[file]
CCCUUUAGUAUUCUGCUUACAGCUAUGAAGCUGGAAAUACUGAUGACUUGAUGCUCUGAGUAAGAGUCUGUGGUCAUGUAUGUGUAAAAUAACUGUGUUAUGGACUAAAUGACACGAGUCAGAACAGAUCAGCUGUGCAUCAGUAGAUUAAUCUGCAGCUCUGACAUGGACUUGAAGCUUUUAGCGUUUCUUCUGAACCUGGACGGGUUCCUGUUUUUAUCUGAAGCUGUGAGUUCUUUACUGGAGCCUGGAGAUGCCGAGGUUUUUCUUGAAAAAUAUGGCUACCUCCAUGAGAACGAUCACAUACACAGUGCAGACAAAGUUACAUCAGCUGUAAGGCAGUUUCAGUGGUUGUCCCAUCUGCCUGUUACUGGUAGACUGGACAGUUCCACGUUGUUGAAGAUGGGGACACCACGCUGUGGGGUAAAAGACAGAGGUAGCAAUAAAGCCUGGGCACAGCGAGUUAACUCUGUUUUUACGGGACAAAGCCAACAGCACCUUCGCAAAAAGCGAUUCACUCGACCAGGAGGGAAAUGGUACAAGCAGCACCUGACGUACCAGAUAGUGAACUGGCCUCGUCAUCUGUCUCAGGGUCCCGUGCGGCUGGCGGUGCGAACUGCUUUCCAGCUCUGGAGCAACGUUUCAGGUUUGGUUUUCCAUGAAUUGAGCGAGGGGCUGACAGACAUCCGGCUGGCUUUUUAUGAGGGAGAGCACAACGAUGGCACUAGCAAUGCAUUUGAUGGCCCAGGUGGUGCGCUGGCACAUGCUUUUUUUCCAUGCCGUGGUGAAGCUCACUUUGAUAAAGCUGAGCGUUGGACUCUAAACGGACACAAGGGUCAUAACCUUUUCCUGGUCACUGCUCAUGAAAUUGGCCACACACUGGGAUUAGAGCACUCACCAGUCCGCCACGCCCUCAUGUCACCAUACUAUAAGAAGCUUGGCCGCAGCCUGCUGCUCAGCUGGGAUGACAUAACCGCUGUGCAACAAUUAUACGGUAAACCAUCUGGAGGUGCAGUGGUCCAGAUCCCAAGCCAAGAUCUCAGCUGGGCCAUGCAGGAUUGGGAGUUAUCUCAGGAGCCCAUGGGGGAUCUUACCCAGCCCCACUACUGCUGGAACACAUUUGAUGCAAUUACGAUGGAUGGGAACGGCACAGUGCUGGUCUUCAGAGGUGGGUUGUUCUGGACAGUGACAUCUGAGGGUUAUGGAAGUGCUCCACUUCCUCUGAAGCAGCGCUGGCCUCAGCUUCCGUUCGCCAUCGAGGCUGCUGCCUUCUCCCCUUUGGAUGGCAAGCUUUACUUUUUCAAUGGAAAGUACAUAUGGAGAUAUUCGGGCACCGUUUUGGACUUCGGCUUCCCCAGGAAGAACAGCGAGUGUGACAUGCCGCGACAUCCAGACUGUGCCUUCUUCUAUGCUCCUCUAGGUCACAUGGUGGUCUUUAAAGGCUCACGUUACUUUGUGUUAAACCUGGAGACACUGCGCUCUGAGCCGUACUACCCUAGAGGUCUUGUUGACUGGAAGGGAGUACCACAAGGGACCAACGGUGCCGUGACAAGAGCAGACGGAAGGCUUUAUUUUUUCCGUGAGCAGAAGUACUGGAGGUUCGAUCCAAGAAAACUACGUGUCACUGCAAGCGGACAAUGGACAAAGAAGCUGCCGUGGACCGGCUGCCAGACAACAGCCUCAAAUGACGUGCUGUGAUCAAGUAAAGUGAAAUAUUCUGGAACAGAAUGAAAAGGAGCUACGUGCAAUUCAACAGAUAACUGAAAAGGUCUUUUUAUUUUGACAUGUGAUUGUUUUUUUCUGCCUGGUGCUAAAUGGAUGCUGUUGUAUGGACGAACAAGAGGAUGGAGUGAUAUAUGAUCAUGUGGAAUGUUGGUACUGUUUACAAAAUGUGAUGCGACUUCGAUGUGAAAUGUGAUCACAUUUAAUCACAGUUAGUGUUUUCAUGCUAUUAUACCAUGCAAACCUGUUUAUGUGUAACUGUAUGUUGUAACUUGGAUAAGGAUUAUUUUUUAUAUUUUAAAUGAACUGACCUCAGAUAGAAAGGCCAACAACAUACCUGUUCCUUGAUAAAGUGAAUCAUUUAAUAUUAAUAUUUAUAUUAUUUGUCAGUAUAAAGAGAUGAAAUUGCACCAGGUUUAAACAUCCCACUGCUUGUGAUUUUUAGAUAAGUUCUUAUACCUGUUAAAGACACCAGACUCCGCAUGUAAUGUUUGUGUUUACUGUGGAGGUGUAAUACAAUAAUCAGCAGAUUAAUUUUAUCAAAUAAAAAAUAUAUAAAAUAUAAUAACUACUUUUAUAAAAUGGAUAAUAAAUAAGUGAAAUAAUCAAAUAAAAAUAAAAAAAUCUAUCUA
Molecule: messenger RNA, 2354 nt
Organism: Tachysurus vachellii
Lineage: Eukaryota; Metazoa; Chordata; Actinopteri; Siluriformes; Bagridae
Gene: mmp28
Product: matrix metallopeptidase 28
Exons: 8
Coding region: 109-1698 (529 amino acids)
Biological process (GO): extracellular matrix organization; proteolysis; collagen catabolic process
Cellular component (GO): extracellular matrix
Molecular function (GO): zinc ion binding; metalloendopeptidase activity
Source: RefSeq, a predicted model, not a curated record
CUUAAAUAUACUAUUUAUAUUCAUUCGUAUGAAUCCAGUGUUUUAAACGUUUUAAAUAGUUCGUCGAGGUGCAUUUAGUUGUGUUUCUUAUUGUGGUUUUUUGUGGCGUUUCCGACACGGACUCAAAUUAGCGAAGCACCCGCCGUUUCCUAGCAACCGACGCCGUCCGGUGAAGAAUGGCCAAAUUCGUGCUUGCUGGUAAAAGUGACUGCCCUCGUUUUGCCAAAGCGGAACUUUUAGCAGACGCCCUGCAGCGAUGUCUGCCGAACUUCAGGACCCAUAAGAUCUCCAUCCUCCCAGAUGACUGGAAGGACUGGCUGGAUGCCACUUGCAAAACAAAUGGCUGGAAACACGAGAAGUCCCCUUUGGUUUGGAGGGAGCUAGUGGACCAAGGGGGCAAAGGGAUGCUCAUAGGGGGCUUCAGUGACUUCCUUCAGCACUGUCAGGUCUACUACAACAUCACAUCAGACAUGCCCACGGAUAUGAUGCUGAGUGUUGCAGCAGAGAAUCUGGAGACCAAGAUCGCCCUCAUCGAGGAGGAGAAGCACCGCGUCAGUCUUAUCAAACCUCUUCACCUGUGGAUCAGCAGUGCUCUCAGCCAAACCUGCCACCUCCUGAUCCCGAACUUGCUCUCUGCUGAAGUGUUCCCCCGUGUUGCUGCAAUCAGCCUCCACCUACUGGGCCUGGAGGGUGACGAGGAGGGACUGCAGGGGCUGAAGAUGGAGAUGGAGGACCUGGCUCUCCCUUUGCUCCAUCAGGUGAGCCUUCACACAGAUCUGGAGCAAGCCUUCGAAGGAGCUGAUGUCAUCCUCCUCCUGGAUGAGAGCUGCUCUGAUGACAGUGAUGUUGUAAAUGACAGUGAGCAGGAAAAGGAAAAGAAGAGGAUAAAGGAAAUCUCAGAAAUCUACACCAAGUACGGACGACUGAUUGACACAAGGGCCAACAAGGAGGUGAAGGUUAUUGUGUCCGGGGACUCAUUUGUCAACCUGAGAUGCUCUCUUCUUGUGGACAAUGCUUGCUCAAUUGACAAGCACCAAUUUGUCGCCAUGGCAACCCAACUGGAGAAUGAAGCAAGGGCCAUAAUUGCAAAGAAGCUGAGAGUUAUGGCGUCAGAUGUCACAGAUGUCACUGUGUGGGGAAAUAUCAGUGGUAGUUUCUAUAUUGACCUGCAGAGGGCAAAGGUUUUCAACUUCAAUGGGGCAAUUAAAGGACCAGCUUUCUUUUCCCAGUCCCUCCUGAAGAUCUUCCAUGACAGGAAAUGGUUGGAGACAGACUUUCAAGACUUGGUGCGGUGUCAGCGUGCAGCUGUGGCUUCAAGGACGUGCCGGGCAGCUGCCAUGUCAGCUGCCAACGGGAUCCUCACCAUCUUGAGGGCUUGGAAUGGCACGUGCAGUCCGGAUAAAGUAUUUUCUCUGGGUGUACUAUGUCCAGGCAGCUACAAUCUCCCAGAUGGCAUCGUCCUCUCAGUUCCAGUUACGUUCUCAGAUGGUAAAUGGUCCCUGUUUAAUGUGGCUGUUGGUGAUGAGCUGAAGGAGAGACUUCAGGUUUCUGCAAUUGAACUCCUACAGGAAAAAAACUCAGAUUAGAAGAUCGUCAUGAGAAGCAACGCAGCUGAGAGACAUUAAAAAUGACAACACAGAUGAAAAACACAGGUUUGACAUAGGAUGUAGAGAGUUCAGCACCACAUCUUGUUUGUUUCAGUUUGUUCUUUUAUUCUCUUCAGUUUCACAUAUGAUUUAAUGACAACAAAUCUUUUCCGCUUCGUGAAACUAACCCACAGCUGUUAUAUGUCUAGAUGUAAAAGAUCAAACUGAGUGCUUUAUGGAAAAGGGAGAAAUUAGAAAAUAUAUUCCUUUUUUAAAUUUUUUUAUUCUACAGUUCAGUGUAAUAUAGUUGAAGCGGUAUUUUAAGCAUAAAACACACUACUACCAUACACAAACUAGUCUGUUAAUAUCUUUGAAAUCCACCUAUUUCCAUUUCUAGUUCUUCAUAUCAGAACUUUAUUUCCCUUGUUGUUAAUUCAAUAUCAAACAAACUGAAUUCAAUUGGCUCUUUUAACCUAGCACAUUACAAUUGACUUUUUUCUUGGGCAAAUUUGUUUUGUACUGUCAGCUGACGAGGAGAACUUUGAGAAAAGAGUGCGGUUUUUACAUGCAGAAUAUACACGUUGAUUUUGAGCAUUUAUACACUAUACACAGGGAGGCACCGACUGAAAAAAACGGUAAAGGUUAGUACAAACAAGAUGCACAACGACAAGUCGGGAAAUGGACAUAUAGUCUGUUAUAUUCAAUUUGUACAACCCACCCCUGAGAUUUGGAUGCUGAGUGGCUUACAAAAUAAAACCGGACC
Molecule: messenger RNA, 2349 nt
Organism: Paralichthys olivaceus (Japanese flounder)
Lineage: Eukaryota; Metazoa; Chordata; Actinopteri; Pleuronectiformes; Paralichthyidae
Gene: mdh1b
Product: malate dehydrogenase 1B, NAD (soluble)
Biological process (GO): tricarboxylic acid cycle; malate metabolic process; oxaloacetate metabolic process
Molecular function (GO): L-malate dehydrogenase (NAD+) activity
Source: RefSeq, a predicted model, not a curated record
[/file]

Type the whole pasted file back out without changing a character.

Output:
CCCUUUAGUAUUCUGCUUACAGCUAUGAAGCUGGAAAUACUGAUGACUUGAUGCUCUGAGUAAGAGUCUGUGGUCAUGUAUGUGUAAAAUAACUGUGUUAUGGACUAAAUGACACGAGUCAGAACAGAUCAGCUGUGCAUCAGUAGAUUAAUCUGCAGCUCUGACAUGGACUUGAAGCUUUUAGCGUUUCUUCUGAACCUGGACGGGUUCCUGUUUUUAUCUGAAGCUGUGAGUUCUUUACUGGAGCCUGGAGAUGCCGAGGUUUUUCUUGAAAAAUAUGGCUACCUCCAUGAGAACGAUCACAUACACAGUGCAGACAAAGUUACAUCAGCUGUAAGGCAGUUUCAGUGGUUGUCCCAUCUGCCUGUUACUGGUAGACUGGACAGUUCCACGUUGUUGAAGAUGGGGACACCACGCUGUGGGGUAAAAGACAGAGGUAGCAAUAAAGCCUGGGCACAGCGAGUUAACUCUGUUUUUACGGGACAAAGCCAACAGCACCUUCGCAAAAAGCGAUUCACUCGACCAGGAGGGAAAUGGUACAAGCAGCACCUGACGUACCAGAUAGUGAACUGGCCUCGUCAUCUGUCUCAGGGUCCCGUGCGGCUGGCGGUGCGAACUGCUUUCCAGCUCUGGAGCAACGUUUCAGGUUUGGUUUUCCAUGAAUUGAGCGAGGGGCUGACAGACAUCCGGCUGGCUUUUUAUGAGGGAGAGCACAACGAUGGCACUAGCAAUGCAUUUGAUGGCCCAGGUGGUGCGCUGGCACAUGCUUUUUUUCCAUGCCGUGGUGAAGCUCACUUUGAUAAAGCUGAGCGUUGGACUCUAAACGGACACAAGGGUCAUAACCUUUUCCUGGUCACUGCUCAUGAAAUUGGCCACACACUGGGAUUAGAGCACUCACCAGUCCGCCACGCCCUCAUGUCACCAUACUAUAAGAAGCUUGGCCGCAGCCUGCUGCUCAGCUGGGAUGACAUAACCGCUGUGCAACAAUUAUACGGUAAACCAUCUGGAGGUGCAGUGGUCCAGAUCCCAAGCCAAGAUCUCAGCUGGGCCAUGCAGGAUUGGGAGUUAUCUCAGGAGCCCAUGGGGGAUCUUACCCAGCCCCACUACUGCUGGAACACAUUUGAUGCAAUUACGAUGGAUGGGAACGGCACAGUGCUGGUCUUCAGAGGUGGGUUGUUCUGGACAGUGACAUCUGAGGGUUAUGGAAGUGCUCCACUUCCUCUGAAGCAGCGCUGGCCUCAGCUUCCGUUCGCCAUCGAGGCUGCUGCCUUCUCCCCUUUGGAUGGCAAGCUUUACUUUUUCAAUGGAAAGUACAUAUGGAGAUAUUCGGGCACCGUUUUGGACUUCGGCUUCCCCAGGAAGAACAGCGAGUGUGACAUGCCGCGACAUCCAGACUGUGCCUUCUUCUAUGCUCCUCUAGGUCACAUGGUGGUCUUUAAAGGCUCACGUUACUUUGUGUUAAACCUGGAGACACUGCGCUCUGAGCCGUACUACCCUAGAGGUCUUGUUGACUGGAAGGGAGUACCACAAGGGACCAACGGUGCCGUGACAAGAGCAGACGGAAGGCUUUAUUUUUUCCGUGAGCAGAAGUACUGGAGGUUCGAUCCAAGAAAACUACGUGUCACUGCAAGCGGACAAUGGACAAAGAAGCUGCCGUGGACCGGCUGCCAGACAACAGCCUCAAAUGACGUGCUGUGAUCAAGUAAAGUGAAAUAUUCUGGAACAGAAUGAAAAGGAGCUACGUGCAAUUCAACAGAUAACUGAAAAGGUCUUUUUAUUUUGACAUGUGAUUGUUUUUUUCUGCCUGGUGCUAAAUGGAUGCUGUUGUAUGGACGAACAAGAGGAUGGAGUGAUAUAUGAUCAUGUGGAAUGUUGGUACUGUUUACAAAAUGUGAUGCGACUUCGAUGUGAAAUGUGAUCACAUUUAAUCACAGUUAGUGUUUUCAUGCUAUUAUACCAUGCAAACCUGUUUAUGUGUAACUGUAUGUUGUAACUUGGAUAAGGAUUAUUUUUUAUAUUUUAAAUGAACUGACCUCAGAUAGAAAGGCCAACAACAUACCUGUUCCUUGAUAAAGUGAAUCAUUUAAUAUUAAUAUUUAUAUUAUUUGUCAGUAUAAAGAGAUGAAAUUGCACCAGGUUUAAACAUCCCACUGCUUGUGAUUUUUAGAUAAGUUCUUAUACCUGUUAAAGACACCAGACUCCGCAUGUAAUGUUUGUGUUUACUGUGGAGGUGUAAUACAAUAAUCAGCAGAUUAAUUUUAUCAAAUAAAAAAUAUAUAAAAUAUAAUAACUACUUUUAUAAAAUGGAUAAUAAAUAAGUGAAAUAAUCAAAUAAAAAUAAAAAAAUCUAUCUA
Molecule: messenger RNA, 2354 nt
Organism: Tachysurus vachellii
Lineage: Eukaryota; Metazoa; Chordata; Actinopteri; Siluriformes; Bagridae
Gene: mmp28
Product: matrix metallopeptidase 28
Exons: 8
Coding region: 109-1698 (529 amino acids)
Biological process (GO): extracellular matrix organization; proteolysis; collagen catabolic process
Cellular component (GO): extracellular matrix
Molecular function (GO): zinc ion binding; metalloendopeptidase activity
Source: RefSeq, a predicted model, not a curated record
CUUAAAUAUACUAUUUAUAUUCAUUCGUAUGAAUCCAGUGUUUUAAACGUUUUAAAUAGUUCGUCGAGGUGCAUUUAGUUGUGUUUCUUAUUGUGGUUUUUUGUGGCGUUUCCGACACGGACUCAAAUUAGCGAAGCACCCGCCGUUUCCUAGCAACCGACGCCGUCCGGUGAAGAAUGGCCAAAUUCGUGCUUGCUGGUAAAAGUGACUGCCCUCGUUUUGCCAAAGCGGAACUUUUAGCAGACGCCCUGCAGCGAUGUCUGCCGAACUUCAGGACCCAUAAGAUCUCCAUCCUCCCAGAUGACUGGAAGGACUGGCUGGAUGCCACUUGCAAAACAAAUGGCUGGAAACACGAGAAGUCCCCUUUGGUUUGGAGGGAGCUAGUGGACCAAGGGGGCAAAGGGAUGCUCAUAGGGGGCUUCAGUGACUUCCUUCAGCACUGUCAGGUCUACUACAACAUCACAUCAGACAUGCCCACGGAUAUGAUGCUGAGUGUUGCAGCAGAGAAUCUGGAGACCAAGAUCGCCCUCAUCGAGGAGGAGAAGCACCGCGUCAGUCUUAUCAAACCUCUUCACCUGUGGAUCAGCAGUGCUCUCAGCCAAACCUGCCACCUCCUGAUCCCGAACUUGCUCUCUGCUGAAGUGUUCCCCCGUGUUGCUGCAAUCAGCCUCCACCUACUGGGCCUGGAGGGUGACGAGGAGGGACUGCAGGGGCUGAAGAUGGAGAUGGAGGACCUGGCUCUCCCUUUGCUCCAUCAGGUGAGCCUUCACACAGAUCUGGAGCAAGCCUUCGAAGGAGCUGAUGUCAUCCUCCUCCUGGAUGAGAGCUGCUCUGAUGACAGUGAUGUUGUAAAUGACAGUGAGCAGGAAAAGGAAAAGAAGAGGAUAAAGGAAAUCUCAGAAAUCUACACCAAGUACGGACGACUGAUUGACACAAGGGCCAACAAGGAGGUGAAGGUUAUUGUGUCCGGGGACUCAUUUGUCAACCUGAGAUGCUCUCUUCUUGUGGACAAUGCUUGCUCAAUUGACAAGCACCAAUUUGUCGCCAUGGCAACCCAACUGGAGAAUGAAGCAAGGGCCAUAAUUGCAAAGAAGCUGAGAGUUAUGGCGUCAGAUGUCACAGAUGUCACUGUGUGGGGAAAUAUCAGUGGUAGUUUCUAUAUUGACCUGCAGAGGGCAAAGGUUUUCAACUUCAAUGGGGCAAUUAAAGGACCAGCUUUCUUUUCCCAGUCCCUCCUGAAGAUCUUCCAUGACAGGAAAUGGUUGGAGACAGACUUUCAAGACUUGGUGCGGUGUCAGCGUGCAGCUGUGGCUUCAAGGACGUGCCGGGCAGCUGCCAUGUCAGCUGCCAACGGGAUCCUCACCAUCUUGAGGGCUUGGAAUGGCACGUGCAGUCCGGAUAAAGUAUUUUCUCUGGGUGUACUAUGUCCAGGCAGCUACAAUCUCCCAGAUGGCAUCGUCCUCUCAGUUCCAGUUACGUUCUCAGAUGGUAAAUGGUCCCUGUUUAAUGUGGCUGUUGGUGAUGAGCUGAAGGAGAGACUUCAGGUUUCUGCAAUUGAACUCCUACAGGAAAAAAACUCAGAUUAGAAGAUCGUCAUGAGAAGCAACGCAGCUGAGAGACAUUAAAAAUGACAACACAGAUGAAAAACACAGGUUUGACAUAGGAUGUAGAGAGUUCAGCACCACAUCUUGUUUGUUUCAGUUUGUUCUUUUAUUCUCUUCAGUUUCACAUAUGAUUUAAUGACAACAAAUCUUUUCCGCUUCGUGAAACUAACCCACAGCUGUUAUAUGUCUAGAUGUAAAAGAUCAAACUGAGUGCUUUAUGGAAAAGGGAGAAAUUAGAAAAUAUAUUCCUUUUUUAAAUUUUUUUAUUCUACAGUUCAGUGUAAUAUAGUUGAAGCGGUAUUUUAAGCAUAAAACACACUACUACCAUACACAAACUAGUCUGUUAAUAUCUUUGAAAUCCACCUAUUUCCAUUUCUAGUUCUUCAUAUCAGAACUUUAUUUCCCUUGUUGUUAAUUCAAUAUCAAACAAACUGAAUUCAAUUGGCUCUUUUAACCUAGCACAUUACAAUUGACUUUUUUCUUGGGCAAAUUUGUUUUGUACUGUCAGCUGACGAGGAGAACUUUGAGAAAAGAGUGCGGUUUUUACAUGCAGAAUAUACACGUUGAUUUUGAGCAUUUAUACACUAUACACAGGGAGGCACCGACUGAAAAAAACGGUAAAGGUUAGUACAAACAAGAUGCACAACGACAAGUCGGGAAAUGGACAUAUAGUCUGUUAUAUUCAAUUUGUACAACCCACCCCUGAGAUUUGGAUGCUGAGUGGCUUACAAAAUAAAACCGGACC
Molecule: messenger RNA, 2349 nt
Organism: Paralichthys olivaceus (Japanese flounder)
Lineage: Eukaryota; Metazoa; Chordata; Actinopteri; Pleuronectiformes; Paralichthyidae
Gene: mdh1b
Product: malate dehydrogenase 1B, NAD (soluble)
Biological process (GO): tricarboxylic acid cycle; malate metabolic process; oxaloacetate metabolic process
Molecular function (GO): L-malate dehydrogenase (NAD+) activity
Source: RefSeq, a predicted model, not a curated record